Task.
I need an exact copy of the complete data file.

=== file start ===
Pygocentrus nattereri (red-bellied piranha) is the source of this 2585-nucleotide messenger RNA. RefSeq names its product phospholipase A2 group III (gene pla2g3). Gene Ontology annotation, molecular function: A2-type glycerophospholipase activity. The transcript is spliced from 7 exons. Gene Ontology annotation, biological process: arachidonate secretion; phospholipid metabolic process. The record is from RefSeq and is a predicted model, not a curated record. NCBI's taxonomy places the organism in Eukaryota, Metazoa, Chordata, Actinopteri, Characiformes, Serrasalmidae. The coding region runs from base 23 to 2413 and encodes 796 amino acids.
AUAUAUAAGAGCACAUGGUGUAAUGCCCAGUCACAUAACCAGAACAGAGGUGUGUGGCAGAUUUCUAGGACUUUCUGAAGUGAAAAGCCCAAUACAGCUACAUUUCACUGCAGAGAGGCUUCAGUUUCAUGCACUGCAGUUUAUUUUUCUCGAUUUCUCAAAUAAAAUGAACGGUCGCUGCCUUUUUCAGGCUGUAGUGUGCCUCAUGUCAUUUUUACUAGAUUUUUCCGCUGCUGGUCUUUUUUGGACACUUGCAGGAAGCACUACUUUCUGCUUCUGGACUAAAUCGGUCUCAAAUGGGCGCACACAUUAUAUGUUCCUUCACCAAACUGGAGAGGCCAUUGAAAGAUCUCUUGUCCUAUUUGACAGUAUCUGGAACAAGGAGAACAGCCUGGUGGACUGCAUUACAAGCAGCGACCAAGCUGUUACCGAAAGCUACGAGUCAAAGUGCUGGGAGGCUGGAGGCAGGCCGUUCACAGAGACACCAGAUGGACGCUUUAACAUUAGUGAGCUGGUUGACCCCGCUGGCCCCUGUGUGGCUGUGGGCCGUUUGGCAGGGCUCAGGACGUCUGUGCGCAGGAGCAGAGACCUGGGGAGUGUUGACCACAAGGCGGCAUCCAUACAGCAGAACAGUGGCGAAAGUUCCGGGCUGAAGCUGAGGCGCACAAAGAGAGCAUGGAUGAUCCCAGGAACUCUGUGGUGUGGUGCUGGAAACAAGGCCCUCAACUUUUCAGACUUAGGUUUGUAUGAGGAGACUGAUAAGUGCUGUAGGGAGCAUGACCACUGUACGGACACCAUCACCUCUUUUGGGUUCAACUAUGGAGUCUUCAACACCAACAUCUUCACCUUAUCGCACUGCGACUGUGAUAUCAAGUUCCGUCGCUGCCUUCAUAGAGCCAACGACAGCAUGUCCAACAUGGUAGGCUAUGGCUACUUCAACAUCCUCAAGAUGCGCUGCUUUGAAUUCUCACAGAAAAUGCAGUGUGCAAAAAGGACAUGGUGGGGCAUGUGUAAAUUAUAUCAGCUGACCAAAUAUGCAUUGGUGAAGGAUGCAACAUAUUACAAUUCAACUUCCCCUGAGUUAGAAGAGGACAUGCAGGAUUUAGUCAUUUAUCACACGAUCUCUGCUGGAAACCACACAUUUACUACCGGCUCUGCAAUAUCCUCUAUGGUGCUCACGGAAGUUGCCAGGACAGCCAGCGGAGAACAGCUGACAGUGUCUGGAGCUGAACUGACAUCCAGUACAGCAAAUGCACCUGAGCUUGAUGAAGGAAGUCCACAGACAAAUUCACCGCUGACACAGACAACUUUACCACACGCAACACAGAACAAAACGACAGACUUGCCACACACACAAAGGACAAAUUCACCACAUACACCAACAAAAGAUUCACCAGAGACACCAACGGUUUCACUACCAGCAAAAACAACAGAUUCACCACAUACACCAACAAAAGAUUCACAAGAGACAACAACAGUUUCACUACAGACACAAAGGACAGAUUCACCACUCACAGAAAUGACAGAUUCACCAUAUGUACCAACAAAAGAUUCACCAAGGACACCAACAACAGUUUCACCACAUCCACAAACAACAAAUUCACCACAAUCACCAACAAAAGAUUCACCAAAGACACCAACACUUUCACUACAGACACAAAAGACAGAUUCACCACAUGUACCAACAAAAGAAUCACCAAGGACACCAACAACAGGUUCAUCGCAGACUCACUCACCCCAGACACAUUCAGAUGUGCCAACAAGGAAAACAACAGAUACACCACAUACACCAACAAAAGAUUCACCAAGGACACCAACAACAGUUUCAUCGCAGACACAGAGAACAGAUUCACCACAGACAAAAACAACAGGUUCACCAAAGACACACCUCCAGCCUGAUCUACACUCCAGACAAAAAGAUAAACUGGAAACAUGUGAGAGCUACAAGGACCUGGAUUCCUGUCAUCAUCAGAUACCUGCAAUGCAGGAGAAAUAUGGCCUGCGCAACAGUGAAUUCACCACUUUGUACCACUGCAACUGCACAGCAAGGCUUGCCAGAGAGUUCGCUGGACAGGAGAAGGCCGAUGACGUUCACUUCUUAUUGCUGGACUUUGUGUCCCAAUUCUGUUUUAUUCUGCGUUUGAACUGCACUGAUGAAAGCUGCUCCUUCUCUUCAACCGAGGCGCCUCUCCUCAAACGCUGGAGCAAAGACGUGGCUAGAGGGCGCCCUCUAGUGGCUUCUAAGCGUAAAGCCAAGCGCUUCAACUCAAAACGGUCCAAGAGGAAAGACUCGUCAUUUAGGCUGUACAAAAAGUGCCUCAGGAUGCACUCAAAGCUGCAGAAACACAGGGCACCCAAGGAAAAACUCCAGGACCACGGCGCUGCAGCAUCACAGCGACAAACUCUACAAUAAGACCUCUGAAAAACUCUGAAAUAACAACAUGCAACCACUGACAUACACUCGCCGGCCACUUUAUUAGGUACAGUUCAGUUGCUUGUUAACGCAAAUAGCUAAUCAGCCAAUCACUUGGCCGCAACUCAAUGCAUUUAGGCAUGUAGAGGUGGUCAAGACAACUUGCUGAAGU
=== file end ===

Pygocentrus nattereri (red-bellied piranha) is the source of this 2585-nucleotide messenger RNA. RefSeq names its product phospholipase A2 group III (gene pla2g3). Gene Ontology annotation, molecular function: A2-type glycerophospholipase activity. The transcript is spliced from 7 exons. Gene Ontology annotation, biological process: arachidonate secretion; phospholipid metabolic process. The record is from RefSeq and is a predicted model, not a curated record. NCBI's taxonomy places the organism in Eukaryota, Metazoa, Chordata, Actinopteri, Characiformes, Serrasalmidae. The coding region runs from base 23 to 2413 and encodes 796 amino acids.
AUAUAUAAGAGCACAUGGUGUAAUGCCCAGUCACAUAACCAGAACAGAGGUGUGUGGCAGAUUUCUAGGACUUUCUGAAGUGAAAAGCCCAAUACAGCUACAUUUCACUGCAGAGAGGCUUCAGUUUCAUGCACUGCAGUUUAUUUUUCUCGAUUUCUCAAAUAAAAUGAACGGUCGCUGCCUUUUUCAGGCUGUAGUGUGCCUCAUGUCAUUUUUACUAGAUUUUUCCGCUGCUGGUCUUUUUUGGACACUUGCAGGAAGCACUACUUUCUGCUUCUGGACUAAAUCGGUCUCAAAUGGGCGCACACAUUAUAUGUUCCUUCACCAAACUGGAGAGGCCAUUGAAAGAUCUCUUGUCCUAUUUGACAGUAUCUGGAACAAGGAGAACAGCCUGGUGGACUGCAUUACAAGCAGCGACCAAGCUGUUACCGAAAGCUACGAGUCAAAGUGCUGGGAGGCUGGAGGCAGGCCGUUCACAGAGACACCAGAUGGACGCUUUAACAUUAGUGAGCUGGUUGACCCCGCUGGCCCCUGUGUGGCUGUGGGCCGUUUGGCAGGGCUCAGGACGUCUGUGCGCAGGAGCAGAGACCUGGGGAGUGUUGACCACAAGGCGGCAUCCAUACAGCAGAACAGUGGCGAAAGUUCCGGGCUGAAGCUGAGGCGCACAAAGAGAGCAUGGAUGAUCCCAGGAACUCUGUGGUGUGGUGCUGGAAACAAGGCCCUCAACUUUUCAGACUUAGGUUUGUAUGAGGAGACUGAUAAGUGCUGUAGGGAGCAUGACCACUGUACGGACACCAUCACCUCUUUUGGGUUCAACUAUGGAGUCUUCAACACCAACAUCUUCACCUUAUCGCACUGCGACUGUGAUAUCAAGUUCCGUCGCUGCCUUCAUAGAGCCAACGACAGCAUGUCCAACAUGGUAGGCUAUGGCUACUUCAACAUCCUCAAGAUGCGCUGCUUUGAAUUCUCACAGAAAAUGCAGUGUGCAAAAAGGACAUGGUGGGGCAUGUGUAAAUUAUAUCAGCUGACCAAAUAUGCAUUGGUGAAGGAUGCAACAUAUUACAAUUCAACUUCCCCUGAGUUAGAAGAGGACAUGCAGGAUUUAGUCAUUUAUCACACGAUCUCUGCUGGAAACCACACAUUUACUACCGGCUCUGCAAUAUCCUCUAUGGUGCUCACGGAAGUUGCCAGGACAGCCAGCGGAGAACAGCUGACAGUGUCUGGAGCUGAACUGACAUCCAGUACAGCAAAUGCACCUGAGCUUGAUGAAGGAAGUCCACAGACAAAUUCACCGCUGACACAGACAACUUUACCACACGCAACACAGAACAAAACGACAGACUUGCCACACACACAAAGGACAAAUUCACCACAUACACCAACAAAAGAUUCACCAGAGACACCAACGGUUUCACUACCAGCAAAAACAACAGAUUCACCACAUACACCAACAAAAGAUUCACAAGAGACAACAACAGUUUCACUACAGACACAAAGGACAGAUUCACCACUCACAGAAAUGACAGAUUCACCAUAUGUACCAACAAAAGAUUCACCAAGGACACCAACAACAGUUUCACCACAUCCACAAACAACAAAUUCACCACAAUCACCAACAAAAGAUUCACCAAAGACACCAACACUUUCACUACAGACACAAAAGACAGAUUCACCACAUGUACCAACAAAAGAAUCACCAAGGACACCAACAACAGGUUCAUCGCAGACUCACUCACCCCAGACACAUUCAGAUGUGCCAACAAGGAAAACAACAGAUACACCACAUACACCAACAAAAGAUUCACCAAGGACACCAACAACAGUUUCAUCGCAGACACAGAGAACAGAUUCACCACAGACAAAAACAACAGGUUCACCAAAGACACACCUCCAGCCUGAUCUACACUCCAGACAAAAAGAUAAACUGGAAACAUGUGAGAGCUACAAGGACCUGGAUUCCUGUCAUCAUCAGAUACCUGCAAUGCAGGAGAAAUAUGGCCUGCGCAACAGUGAAUUCACCACUUUGUACCACUGCAACUGCACAGCAAGGCUUGCCAGAGAGUUCGCUGGACAGGAGAAGGCCGAUGACGUUCACUUCUUAUUGCUGGACUUUGUGUCCCAAUUCUGUUUUAUUCUGCGUUUGAACUGCACUGAUGAAAGCUGCUCCUUCUCUUCAACCGAGGCGCCUCUCCUCAAACGCUGGAGCAAAGACGUGGCUAGAGGGCGCCCUCUAGUGGCUUCUAAGCGUAAAGCCAAGCGCUUCAACUCAAAACGGUCCAAGAGGAAAGACUCGUCAUUUAGGCUGUACAAAAAGUGCCUCAGGAUGCACUCAAAGCUGCAGAAACACAGGGCACCCAAGGAAAAACUCCAGGACCACGGCGCUGCAGCAUCACAGCGACAAACUCUACAAUAAGACCUCUGAAAAACUCUGAAAUAACAACAUGCAACCACUGACAUACACUCGCCGGCCACUUUAUUAGGUACAGUUCAGUUGCUUGUUAACGCAAAUAGCUAAUCAGCCAAUCACUUGGCCGCAACUCAAUGCAUUUAGGCAUGUAGAGGUGGUCAAGACAACUUGCUGAAGU